Investors understand, however, that the apparently good numbers for last year are irrelevant, because they don’t represent real growth, but rather partial recovery from a difficult year, on the way back to the position before the salmonella debacle, which the company has not yet reached.
The important question is, what next? Leader is not optimistic about the future, and nor is Liat Kadish, VP and head of corporate finance at rating agency Midroog (a subsidiary of Moody’s), which gave a negative outlook for Strauss Group’s credit rating eighteen months ago.
In a report dated June 2023, Midroog cited on the positive side the low risk to the company’s business in Israel "in the light of the fairly stable demand for basic food products" and the company’s strong position in the sector "characterized by significant barriers to entry for manufactures… resulting in a fairly concentrated market." On the negative side, Midroog mentions the rise in Strauss Group’s net debt to NIS 2.7 billion at the end of 2022 from NIS 2 billion at the end of 2021, and says that the debt "is not expected to decline substantially in the next two years."
Midroog sees gross profit margins weakening in comparison with past years, and projects operating profit margins of 7.5-8% for the foreseeable future. It says that the company’s rating is liable to be downgraded if there is continued erosion of its profitability.
Always more profitable in Israel
Analysts and hedge fund managers to whom "Globes" has spoken say that the company is not attractively priced in comparison with the alternatives. Strauss has a p/e ratio of 20.
Investment banks Jefferies and Barclays, on the other hand are actually optimistic. Barclays sees Strauss as being in a good position to provide sustainable growth in its top line, driven by continuing innovation and new product launches.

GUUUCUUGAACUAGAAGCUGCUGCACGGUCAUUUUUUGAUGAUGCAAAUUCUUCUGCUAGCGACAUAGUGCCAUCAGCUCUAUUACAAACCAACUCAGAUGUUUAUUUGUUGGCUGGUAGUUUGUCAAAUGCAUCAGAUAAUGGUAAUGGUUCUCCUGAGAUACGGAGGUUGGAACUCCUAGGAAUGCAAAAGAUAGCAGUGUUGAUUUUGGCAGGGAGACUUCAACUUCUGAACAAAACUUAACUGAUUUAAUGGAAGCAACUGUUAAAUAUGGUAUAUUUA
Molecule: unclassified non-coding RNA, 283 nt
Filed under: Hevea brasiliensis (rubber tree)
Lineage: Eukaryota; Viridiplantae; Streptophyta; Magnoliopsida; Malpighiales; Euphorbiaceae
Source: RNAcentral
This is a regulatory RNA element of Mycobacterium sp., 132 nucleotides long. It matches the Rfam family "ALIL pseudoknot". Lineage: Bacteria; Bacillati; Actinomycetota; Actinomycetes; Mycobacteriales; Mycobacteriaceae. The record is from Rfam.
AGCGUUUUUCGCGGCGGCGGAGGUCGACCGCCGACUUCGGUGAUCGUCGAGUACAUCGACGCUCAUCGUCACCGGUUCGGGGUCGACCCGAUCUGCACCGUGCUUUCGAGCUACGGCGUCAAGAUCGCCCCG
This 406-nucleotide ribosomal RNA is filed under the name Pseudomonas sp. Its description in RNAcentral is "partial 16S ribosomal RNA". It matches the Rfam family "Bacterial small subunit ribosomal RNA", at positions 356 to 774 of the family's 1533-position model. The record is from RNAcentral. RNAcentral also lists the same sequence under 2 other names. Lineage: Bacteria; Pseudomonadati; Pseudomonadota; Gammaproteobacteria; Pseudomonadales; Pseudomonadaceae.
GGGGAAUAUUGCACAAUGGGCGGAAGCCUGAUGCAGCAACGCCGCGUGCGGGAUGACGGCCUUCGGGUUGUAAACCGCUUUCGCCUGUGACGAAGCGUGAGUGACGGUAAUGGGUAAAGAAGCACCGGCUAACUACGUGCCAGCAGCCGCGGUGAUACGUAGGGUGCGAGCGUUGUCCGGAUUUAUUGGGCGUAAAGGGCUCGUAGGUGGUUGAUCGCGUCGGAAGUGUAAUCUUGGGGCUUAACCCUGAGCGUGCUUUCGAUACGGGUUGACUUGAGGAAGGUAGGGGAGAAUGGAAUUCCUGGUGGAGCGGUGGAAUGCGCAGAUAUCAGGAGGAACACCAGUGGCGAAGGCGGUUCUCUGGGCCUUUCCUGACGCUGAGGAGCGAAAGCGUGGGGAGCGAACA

Strauss seeks to enter new areas of activity. It has begun producing non-dairy milk, with a view to making non-dairy yogurts and desserts. In the future, if cultured milk develops, the company plans to enter that segment too, to create new growth engines.
Investors can only hope that Strauss Group’s bad luck will pass soon, and that coffee prices will revert to where they were in the previous decade, which would boost Strauss’ operating margin to 11% of sales or more. The company’s share of the Brazilian coffee market is steadily rising (although that is not the case in the rest of the world) and that too could contribute to an improvement in results.
In addition, Strauss Group can always rely on Israel, where its profit margins are significantly higher than they are on its overseas business. Before the salmonella crisis, its operating profit margin in Israel was 12% overall, and 21% in the coffee segment. This compares with a margin of just 7% on the overseas coffee business, and 6% on Sabra’s hummus business in the US.
Published by Globes, Israel business news - en.globes.co.il - on February 4, 2024.